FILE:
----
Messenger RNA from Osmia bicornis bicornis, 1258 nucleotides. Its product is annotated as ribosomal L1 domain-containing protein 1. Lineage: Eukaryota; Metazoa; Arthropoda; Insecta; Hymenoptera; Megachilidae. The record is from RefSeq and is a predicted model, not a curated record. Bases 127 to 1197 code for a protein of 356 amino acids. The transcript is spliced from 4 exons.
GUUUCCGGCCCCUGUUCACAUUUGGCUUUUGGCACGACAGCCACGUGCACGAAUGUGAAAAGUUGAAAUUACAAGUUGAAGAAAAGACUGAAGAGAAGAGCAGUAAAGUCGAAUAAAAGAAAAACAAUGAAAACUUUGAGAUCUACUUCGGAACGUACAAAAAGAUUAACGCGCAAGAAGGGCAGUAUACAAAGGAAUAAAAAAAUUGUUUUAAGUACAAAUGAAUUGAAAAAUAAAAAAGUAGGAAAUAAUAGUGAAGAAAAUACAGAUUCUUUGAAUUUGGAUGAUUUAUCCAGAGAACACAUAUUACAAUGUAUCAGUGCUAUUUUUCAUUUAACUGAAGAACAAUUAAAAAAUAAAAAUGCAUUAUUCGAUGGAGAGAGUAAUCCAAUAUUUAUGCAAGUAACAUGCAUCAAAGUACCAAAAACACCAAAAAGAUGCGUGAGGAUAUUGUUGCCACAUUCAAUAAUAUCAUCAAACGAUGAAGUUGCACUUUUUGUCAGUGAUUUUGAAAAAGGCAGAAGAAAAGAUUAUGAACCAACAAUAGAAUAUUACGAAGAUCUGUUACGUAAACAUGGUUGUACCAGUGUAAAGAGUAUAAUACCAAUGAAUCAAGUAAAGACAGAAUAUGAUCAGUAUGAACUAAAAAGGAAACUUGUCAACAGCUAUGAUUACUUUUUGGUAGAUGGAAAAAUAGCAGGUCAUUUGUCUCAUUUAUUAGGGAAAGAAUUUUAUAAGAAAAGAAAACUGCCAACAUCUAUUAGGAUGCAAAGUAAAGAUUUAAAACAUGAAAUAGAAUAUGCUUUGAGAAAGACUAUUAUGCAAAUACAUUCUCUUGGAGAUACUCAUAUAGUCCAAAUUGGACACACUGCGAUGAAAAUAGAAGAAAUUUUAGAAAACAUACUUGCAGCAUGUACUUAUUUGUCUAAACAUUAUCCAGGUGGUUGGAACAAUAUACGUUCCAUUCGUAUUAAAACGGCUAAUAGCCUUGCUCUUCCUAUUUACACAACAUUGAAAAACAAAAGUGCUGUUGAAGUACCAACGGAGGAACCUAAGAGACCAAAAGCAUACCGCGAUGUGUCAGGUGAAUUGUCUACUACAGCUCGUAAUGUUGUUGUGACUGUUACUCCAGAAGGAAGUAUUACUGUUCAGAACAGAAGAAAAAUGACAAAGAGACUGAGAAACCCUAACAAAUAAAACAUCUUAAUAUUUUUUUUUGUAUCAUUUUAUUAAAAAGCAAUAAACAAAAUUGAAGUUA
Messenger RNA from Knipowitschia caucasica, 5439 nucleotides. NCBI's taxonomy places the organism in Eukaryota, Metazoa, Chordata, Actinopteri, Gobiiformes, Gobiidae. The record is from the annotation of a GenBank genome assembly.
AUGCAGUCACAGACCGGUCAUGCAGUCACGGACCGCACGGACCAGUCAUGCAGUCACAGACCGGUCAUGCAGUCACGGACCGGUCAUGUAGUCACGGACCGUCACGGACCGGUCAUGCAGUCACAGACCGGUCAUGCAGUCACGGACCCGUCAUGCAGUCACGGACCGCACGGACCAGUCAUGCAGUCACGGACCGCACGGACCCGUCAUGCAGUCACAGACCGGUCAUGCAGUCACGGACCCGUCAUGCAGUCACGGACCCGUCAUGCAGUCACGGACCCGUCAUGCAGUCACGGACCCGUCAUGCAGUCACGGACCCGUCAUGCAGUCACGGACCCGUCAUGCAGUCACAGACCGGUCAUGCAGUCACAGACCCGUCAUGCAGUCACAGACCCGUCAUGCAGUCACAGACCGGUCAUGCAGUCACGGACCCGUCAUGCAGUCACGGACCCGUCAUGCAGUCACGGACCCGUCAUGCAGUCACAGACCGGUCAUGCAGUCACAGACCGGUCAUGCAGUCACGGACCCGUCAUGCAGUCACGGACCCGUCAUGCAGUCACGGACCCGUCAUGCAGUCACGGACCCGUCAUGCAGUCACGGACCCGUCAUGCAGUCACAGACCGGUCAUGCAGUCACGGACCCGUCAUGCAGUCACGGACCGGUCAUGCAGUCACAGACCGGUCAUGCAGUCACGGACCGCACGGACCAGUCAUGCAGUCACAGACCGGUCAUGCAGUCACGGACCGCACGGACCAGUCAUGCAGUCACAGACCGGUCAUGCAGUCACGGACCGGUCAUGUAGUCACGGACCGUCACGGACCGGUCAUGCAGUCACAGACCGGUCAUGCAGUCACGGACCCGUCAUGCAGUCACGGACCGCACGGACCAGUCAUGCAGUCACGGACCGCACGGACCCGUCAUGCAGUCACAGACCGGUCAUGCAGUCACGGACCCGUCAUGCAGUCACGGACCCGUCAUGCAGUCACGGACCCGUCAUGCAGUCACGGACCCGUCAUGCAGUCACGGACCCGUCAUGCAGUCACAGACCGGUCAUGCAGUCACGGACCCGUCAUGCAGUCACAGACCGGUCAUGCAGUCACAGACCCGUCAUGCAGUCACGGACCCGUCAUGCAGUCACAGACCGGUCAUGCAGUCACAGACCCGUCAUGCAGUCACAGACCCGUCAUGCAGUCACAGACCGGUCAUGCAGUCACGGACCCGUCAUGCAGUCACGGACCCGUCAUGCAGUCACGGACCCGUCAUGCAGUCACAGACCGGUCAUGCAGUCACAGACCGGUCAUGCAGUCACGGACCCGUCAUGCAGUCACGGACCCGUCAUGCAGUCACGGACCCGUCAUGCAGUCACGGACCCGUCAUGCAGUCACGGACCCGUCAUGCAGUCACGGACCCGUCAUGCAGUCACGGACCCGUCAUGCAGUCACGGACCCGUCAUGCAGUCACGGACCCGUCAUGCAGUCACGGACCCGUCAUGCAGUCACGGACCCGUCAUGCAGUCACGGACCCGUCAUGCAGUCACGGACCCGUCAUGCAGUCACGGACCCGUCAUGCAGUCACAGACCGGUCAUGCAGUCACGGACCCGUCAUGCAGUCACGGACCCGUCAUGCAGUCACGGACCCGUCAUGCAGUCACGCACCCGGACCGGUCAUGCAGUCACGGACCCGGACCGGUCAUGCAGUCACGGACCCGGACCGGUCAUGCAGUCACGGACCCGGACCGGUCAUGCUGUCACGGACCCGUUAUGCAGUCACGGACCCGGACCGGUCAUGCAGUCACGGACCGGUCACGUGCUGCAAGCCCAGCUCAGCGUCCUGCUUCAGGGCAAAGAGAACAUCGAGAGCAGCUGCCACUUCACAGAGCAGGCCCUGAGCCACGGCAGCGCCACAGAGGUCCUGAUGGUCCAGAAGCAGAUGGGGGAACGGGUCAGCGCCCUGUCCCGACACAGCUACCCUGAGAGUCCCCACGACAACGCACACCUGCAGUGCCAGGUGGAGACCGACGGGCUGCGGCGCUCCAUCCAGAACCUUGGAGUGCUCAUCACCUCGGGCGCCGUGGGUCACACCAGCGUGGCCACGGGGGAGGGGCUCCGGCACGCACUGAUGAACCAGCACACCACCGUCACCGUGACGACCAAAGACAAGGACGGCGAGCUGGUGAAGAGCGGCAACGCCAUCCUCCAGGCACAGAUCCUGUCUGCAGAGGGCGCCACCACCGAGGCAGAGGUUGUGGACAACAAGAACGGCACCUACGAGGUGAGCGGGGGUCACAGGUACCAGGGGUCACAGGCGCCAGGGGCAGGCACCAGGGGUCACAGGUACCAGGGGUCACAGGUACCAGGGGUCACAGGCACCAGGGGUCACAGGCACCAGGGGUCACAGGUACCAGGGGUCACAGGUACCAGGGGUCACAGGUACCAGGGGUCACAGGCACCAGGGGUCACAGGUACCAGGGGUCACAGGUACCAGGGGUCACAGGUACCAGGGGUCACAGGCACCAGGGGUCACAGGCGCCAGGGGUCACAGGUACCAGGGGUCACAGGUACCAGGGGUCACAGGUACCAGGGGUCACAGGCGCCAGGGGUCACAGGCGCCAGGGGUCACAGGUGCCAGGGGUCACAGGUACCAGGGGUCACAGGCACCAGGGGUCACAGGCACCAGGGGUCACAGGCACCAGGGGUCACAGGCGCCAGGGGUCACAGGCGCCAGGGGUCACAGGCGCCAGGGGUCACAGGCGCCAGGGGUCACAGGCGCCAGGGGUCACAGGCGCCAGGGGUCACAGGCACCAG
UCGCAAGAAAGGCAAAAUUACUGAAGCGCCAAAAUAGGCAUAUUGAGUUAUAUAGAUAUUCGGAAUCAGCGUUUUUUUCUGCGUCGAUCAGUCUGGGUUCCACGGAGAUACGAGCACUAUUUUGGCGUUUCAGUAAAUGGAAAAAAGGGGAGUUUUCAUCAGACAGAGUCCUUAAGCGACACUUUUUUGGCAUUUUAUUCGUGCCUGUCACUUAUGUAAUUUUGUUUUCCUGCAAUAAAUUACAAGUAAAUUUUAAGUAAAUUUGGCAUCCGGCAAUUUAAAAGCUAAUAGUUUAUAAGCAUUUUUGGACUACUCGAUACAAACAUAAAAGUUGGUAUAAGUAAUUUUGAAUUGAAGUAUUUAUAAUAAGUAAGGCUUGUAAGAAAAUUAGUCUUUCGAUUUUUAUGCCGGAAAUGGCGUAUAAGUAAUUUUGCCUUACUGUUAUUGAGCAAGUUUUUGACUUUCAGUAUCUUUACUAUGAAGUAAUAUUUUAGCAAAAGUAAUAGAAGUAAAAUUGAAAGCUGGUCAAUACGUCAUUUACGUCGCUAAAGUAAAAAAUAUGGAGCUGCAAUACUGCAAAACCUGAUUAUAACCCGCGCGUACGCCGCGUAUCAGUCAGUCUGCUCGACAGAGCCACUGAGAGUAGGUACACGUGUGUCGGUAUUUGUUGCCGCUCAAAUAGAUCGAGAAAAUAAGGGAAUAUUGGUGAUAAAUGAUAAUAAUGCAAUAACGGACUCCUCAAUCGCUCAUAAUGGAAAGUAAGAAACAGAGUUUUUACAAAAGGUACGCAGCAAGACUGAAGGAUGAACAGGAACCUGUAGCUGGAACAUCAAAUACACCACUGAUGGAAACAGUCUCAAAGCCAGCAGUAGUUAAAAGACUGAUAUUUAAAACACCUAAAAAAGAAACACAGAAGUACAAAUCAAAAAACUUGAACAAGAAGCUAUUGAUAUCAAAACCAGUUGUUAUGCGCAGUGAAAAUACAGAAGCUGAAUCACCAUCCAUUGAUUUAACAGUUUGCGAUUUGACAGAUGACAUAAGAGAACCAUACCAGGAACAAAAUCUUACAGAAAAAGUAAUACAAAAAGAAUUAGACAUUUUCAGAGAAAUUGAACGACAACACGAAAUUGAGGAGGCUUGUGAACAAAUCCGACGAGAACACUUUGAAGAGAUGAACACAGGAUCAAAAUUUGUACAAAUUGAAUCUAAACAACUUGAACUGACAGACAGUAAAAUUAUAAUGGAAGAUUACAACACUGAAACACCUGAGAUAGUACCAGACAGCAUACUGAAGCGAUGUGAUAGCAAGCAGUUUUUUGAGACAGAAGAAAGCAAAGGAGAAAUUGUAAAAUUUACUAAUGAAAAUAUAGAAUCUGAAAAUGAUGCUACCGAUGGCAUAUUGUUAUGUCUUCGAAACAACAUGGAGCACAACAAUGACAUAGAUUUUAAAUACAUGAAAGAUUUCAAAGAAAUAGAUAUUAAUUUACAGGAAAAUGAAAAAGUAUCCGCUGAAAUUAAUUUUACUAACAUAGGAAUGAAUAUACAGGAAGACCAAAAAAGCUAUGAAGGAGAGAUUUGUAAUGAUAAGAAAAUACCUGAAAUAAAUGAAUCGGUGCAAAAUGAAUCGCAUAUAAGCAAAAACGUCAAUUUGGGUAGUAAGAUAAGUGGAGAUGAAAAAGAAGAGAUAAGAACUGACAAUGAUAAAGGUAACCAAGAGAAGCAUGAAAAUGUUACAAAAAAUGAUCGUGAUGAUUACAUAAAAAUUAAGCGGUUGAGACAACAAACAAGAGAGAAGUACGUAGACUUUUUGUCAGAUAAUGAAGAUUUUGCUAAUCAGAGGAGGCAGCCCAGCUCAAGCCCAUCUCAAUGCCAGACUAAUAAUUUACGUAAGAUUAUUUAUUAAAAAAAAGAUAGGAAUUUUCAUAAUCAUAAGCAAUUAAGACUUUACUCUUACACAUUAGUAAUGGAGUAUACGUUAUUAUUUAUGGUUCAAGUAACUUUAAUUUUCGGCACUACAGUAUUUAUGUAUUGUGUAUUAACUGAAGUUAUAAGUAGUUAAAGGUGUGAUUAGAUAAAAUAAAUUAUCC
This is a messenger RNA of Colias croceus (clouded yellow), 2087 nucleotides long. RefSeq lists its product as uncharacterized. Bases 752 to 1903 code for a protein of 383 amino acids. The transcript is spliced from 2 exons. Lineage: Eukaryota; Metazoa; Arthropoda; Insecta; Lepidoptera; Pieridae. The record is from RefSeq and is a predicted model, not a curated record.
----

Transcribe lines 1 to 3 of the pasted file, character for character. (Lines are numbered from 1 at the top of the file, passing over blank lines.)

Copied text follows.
Messenger RNA from Osmia bicornis bicornis, 1258 nucleotides. Its product is annotated as ribosomal L1 domain-containing protein 1. Lineage: Eukaryota; Metazoa; Arthropoda; Insecta; Hymenoptera; Megachilidae. The record is from RefSeq and is a predicted model, not a curated record. Bases 127 to 1197 code for a protein of 356 amino acids. The transcript is spliced from 4 exons.
GUUUCCGGCCCCUGUUCACAUUUGGCUUUUGGCACGACAGCCACGUGCACGAAUGUGAAAAGUUGAAAUUACAAGUUGAAGAAAAGACUGAAGAGAAGAGCAGUAAAGUCGAAUAAAAGAAAAACAAUGAAAACUUUGAGAUCUACUUCGGAACGUACAAAAAGAUUAACGCGCAAGAAGGGCAGUAUACAAAGGAAUAAAAAAAUUGUUUUAAGUACAAAUGAAUUGAAAAAUAAAAAAGUAGGAAAUAAUAGUGAAGAAAAUACAGAUUCUUUGAAUUUGGAUGAUUUAUCCAGAGAACACAUAUUACAAUGUAUCAGUGCUAUUUUUCAUUUAACUGAAGAACAAUUAAAAAAUAAAAAUGCAUUAUUCGAUGGAGAGAGUAAUCCAAUAUUUAUGCAAGUAACAUGCAUCAAAGUACCAAAAACACCAAAAAGAUGCGUGAGGAUAUUGUUGCCACAUUCAAUAAUAUCAUCAAACGAUGAAGUUGCACUUUUUGUCAGUGAUUUUGAAAAAGGCAGAAGAAAAGAUUAUGAACCAACAAUAGAAUAUUACGAAGAUCUGUUACGUAAACAUGGUUGUACCAGUGUAAAGAGUAUAAUACCAAUGAAUCAAGUAAAGACAGAAUAUGAUCAGUAUGAACUAAAAAGGAAACUUGUCAACAGCUAUGAUUACUUUUUGGUAGAUGGAAAAAUAGCAGGUCAUUUGUCUCAUUUAUUAGGGAAAGAAUUUUAUAAGAAAAGAAAACUGCCAACAUCUAUUAGGAUGCAAAGUAAAGAUUUAAAACAUGAAAUAGAAUAUGCUUUGAGAAAGACUAUUAUGCAAAUACAUUCUCUUGGAGAUACUCAUAUAGUCCAAAUUGGACACACUGCGAUGAAAAUAGAAGAAAUUUUAGAAAACAUACUUGCAGCAUGUACUUAUUUGUCUAAACAUUAUCCAGGUGGUUGGAACAAUAUACGUUCCAUUCGUAUUAAAACGGCUAAUAGCCUUGCUCUUCCUAUUUACACAACAUUGAAAAACAAAAGUGCUGUUGAAGUACCAACGGAGGAACCUAAGAGACCAAAAGCAUACCGCGAUGUGUCAGGUGAAUUGUCUACUACAGCUCGUAAUGUUGUUGUGACUGUUACUCCAGAAGGAAGUAUUACUGUUCAGAACAGAAGAAAAAUGACAAAGAGACUGAGAAACCCUAACAAAUAAAACAUCUUAAUAUUUUUUUUUGUAUCAUUUUAUUAAAAAGCAAUAAACAAAAUUGAAGUUA
Messenger RNA from Knipowitschia caucasica, 5439 nucleotides. NCBI's taxonomy places the organism in Eukaryota, Metazoa, Chordata, Actinopteri, Gobiiformes, Gobiidae. The record is from the annotation of a GenBank genome assembly.